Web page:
A vast region. Remote locations. Fly-in communities. Close ties to the land.
There isn’t one phrase to describe the Thunder Bay and surrounding area that Spinal Cord Injury Ontario’s Regional Services Co-ordinator Morgan Austin oversees. It is an immense territory marked by diversity, complexity and, sometimes, extremes. City dwellers and isolated populations. Varied cultural backgrounds, including indigenous communities. Places where roads end but settled areas continue on. Logistical challenges in accessing goods and services. Extreme weather for months on end. Breathtaking beauty year-round.
“There are a lot of differences in people, cultures and regions out here,” says Morgan. “My role is to help each person who needs our services to navigate the health care and support system – from the first moment of injury to wherever they want to go in life. A big part of what I do is help people identify their own barriers – to returning home, education, work, achieving life goals. I see myself as a translator of a large system and a problem solver.”
To succeed in his role, Morgan holds one principle in mind above all others when working with clients from the moment of injury onward: listen and learn. “My work is based on relationships,” he says. “And relating to people in the north means sharing stories. Every person moves through their journey after a spinal cord injury in their own way. Some of those differences are rooted in culture and some are individual. I need to learn before I can help. Especially when it comes to working with indigenous communities. There is a history of colonialism in the health care system, just as everywhere else in this country. It’s a very complicated situation. Approaching people in a respectful manner means being aware of past histories. It means listening first.”
Morgan’s goal isn’t just to provide access to services but to help clients develop the skillset they need to succeed at their own goals. Given the vastness of the region, that path varies greatly from person to person and place to place. Some clients plan to return to their office job in the city; others want to continue to hunt, fish and trap on the land year-round. Some can be picked up at the hospital and driven home to begin the next stage of their recovery; others fly back to a remote community and receive ongoing support there.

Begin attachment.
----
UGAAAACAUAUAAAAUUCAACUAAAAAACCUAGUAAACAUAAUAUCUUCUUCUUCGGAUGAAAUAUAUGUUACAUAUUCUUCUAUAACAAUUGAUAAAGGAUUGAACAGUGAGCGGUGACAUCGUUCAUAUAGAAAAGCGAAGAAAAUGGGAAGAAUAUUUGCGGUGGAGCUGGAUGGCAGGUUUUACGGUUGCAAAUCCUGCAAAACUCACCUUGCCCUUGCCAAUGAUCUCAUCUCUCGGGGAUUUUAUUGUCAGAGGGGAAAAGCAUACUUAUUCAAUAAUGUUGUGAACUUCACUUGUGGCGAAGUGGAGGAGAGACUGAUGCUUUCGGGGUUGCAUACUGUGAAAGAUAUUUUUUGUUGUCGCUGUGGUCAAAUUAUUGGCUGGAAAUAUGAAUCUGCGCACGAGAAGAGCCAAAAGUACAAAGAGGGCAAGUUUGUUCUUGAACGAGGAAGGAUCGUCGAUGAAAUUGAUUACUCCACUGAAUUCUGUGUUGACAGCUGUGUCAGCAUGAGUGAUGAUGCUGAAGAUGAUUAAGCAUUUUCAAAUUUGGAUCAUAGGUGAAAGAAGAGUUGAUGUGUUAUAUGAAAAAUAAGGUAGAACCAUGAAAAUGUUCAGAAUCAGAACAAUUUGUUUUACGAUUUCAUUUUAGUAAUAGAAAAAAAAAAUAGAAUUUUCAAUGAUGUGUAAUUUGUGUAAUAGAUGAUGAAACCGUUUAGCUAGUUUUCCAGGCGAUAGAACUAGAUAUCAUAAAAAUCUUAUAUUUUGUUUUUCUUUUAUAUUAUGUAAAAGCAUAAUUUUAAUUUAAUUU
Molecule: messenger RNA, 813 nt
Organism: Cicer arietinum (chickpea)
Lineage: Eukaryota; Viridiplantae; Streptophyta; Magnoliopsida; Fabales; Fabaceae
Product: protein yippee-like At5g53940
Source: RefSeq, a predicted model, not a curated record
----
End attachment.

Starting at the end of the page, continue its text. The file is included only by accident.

“Space and distance provide their challenges,” says Morgan. “Travelling to receive services can be hard – long distances and difficult weather at times. And passing along goods can be hard. We had one client living in a remote area who needed a ramp for his home. It was designed at our end, so we could send the right lumber and build instructions. Then we fundraised for the cost of the wood and the cost of flying it in. We also had to consider, who is going to build it – is there a family member, a friend? Communication can be slow, as lots of people in this region don’t have computers or internet access. It took months to get this ramp designed, paid for, sent and installed. If you live in Toronto, you don’t face these logistical complexities.”
The hospitals and health centres in the Thunder Bay region also do not have the support networks that can be found in a large city. It’s a changing health care landscape where even the service providers are struggling with time, distance and funding. Morgan maintains relationships with partner organizations, services and individuals across the region to co-ordinate support. Sometimes he needs to call on a chain of contacts to transport something like a wheelchair from the city to a client. The chair may hitch a ride on several vehicles driven by people who don’t know the client personally and aren’t part of the health care system but are willing to help along the journey.
Logistical challenges, access to rehab and regular health care, modifications to homes never seen, communication difficulties, variability in client culture and lifestyle – these are the daily challenges Morgan faces. It can be frustrating work at times. “Things can move slowly,” he says. “And there are limited resources. But I consider this work to be a gift. I spend a lot of time getting to know people during a difficult period in their life. Being able to advocate for them is the most enriching part of my work. My role is to see two, three, four roads ahead for systemic navigation of the whole system. My role is also to be led and guided by the client. I’m passionate about those relationships and advocating on their behalf.”
Originally from the south, Morgan has been living in the Thunder Bay region and building those relationships for 15 years now. “I admire the fabric of the people here,” Morgan adds. “There is so much resilience and strength in everyone I have met. And a tremendous sense of community. To be successful in this work, you need to have a footprint in the community. Being involved, attending events, playing sports, sharing stories, knowing as many people as possible. That’s a big part of what I do. And I consider it a privilege.”